People who are genetically inclined to becoming obese can reduce their chances of excessive weight gain by 40% through regular exercise, a study has shown.
Although obesity is mostly due to lifestyle choices, such as an unhealthy diet and lack of exercise, some people are more susceptible to gaining weight due to their genes, but this does not mean these people are resigned to an unhealthy life, according to the research.
It claims that everyone can reduce their risk of becoming obese with moderate daily exercise, such as gardening, regardless of their genetic make-up. The most active people can cut their chance of developing obesity by 40% on average when compared with the least active.
The findings challenge the idea that obesity is unavoidable if it runs in families.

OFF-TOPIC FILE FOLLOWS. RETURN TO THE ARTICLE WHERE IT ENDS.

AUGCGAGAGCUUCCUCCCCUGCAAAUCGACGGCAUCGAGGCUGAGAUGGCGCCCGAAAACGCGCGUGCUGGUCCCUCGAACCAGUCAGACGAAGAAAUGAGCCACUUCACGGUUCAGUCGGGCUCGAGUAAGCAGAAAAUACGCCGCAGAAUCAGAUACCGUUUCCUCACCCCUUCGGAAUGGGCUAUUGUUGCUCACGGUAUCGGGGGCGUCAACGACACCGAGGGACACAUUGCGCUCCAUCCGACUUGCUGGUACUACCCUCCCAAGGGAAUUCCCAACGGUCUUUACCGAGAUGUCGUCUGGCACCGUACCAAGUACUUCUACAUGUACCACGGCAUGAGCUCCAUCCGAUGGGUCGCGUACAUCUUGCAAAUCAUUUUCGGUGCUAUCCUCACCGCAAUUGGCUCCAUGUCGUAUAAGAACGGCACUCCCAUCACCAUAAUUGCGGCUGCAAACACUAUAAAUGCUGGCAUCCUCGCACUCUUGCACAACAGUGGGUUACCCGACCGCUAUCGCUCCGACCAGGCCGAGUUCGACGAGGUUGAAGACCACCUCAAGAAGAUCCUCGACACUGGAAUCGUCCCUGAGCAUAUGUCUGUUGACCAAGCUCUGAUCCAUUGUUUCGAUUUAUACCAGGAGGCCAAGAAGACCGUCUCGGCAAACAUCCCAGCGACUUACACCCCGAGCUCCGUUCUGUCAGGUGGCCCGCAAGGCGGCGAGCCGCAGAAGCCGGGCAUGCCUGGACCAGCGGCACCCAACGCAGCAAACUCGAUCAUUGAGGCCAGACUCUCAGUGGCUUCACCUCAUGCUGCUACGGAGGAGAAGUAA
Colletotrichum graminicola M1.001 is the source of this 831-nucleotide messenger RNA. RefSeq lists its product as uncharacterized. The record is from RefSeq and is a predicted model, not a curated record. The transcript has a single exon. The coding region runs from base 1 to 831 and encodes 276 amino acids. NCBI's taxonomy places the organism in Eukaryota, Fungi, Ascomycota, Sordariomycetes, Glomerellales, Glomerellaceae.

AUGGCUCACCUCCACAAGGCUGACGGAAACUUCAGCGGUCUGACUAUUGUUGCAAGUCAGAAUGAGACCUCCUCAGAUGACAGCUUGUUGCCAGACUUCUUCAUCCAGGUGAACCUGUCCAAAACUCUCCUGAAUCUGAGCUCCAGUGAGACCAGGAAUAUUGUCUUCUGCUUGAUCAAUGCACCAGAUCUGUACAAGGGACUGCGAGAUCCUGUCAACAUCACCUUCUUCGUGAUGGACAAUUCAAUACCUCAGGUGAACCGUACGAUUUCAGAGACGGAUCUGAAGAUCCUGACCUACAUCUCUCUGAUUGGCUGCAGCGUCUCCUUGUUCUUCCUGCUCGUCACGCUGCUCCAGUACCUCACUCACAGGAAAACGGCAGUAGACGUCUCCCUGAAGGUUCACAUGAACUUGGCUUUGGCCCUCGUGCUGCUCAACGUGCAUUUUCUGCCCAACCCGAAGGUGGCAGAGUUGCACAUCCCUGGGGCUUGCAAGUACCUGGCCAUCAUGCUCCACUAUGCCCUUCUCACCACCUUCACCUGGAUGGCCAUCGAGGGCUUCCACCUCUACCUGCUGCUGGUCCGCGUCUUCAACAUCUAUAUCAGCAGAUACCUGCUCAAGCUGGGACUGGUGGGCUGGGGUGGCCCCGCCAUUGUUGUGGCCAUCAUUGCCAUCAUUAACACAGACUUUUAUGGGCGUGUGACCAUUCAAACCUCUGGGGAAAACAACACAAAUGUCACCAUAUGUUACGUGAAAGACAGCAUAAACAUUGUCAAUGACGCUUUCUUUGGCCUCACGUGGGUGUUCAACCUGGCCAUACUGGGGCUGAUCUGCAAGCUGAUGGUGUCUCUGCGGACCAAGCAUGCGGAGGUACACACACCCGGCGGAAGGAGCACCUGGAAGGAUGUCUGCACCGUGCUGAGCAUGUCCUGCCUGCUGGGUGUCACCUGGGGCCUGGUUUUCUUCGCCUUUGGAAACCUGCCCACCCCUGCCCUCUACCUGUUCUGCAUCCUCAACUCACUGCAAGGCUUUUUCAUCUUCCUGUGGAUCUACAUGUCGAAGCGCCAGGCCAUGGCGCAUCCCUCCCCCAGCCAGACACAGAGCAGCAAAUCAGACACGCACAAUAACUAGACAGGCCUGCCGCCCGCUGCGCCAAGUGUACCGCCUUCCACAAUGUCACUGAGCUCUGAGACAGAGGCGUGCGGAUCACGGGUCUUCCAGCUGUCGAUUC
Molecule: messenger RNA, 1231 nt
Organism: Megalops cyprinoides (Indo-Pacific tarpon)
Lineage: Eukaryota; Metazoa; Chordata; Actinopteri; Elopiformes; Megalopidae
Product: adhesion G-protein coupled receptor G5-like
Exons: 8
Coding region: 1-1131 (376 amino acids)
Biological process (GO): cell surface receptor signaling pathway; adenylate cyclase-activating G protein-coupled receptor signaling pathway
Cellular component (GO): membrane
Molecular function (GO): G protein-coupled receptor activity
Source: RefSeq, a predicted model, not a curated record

More than 20,400 people aged 39 to 79 were studied for the research, carried out by a team from the Medical Research Council epidemiology unit in Cambridge.
The subjects gave DNA samples and completed questionnaires about how much physical activity they undertook at work and in their leisure time. Their DNA was then examined to see if contained one or more of 12 genetic markers known to increase weight and the risk of obesity. This information was used to calculate a genetic susceptibility score for each person, indicating their risk of obesity.
The research showed the link between genetic score and a high body mass index was significantly more pronounced in inactive people.
The experts concluded: “Our data show that increased physical activity levels are associated with lower BMI in the population overall, but that particular individuals who are genetically predisposed to obesity would benefit more from increased physical activity levels than individuals who are genetically protected.”
The study was published in the journal PLoS Medicine.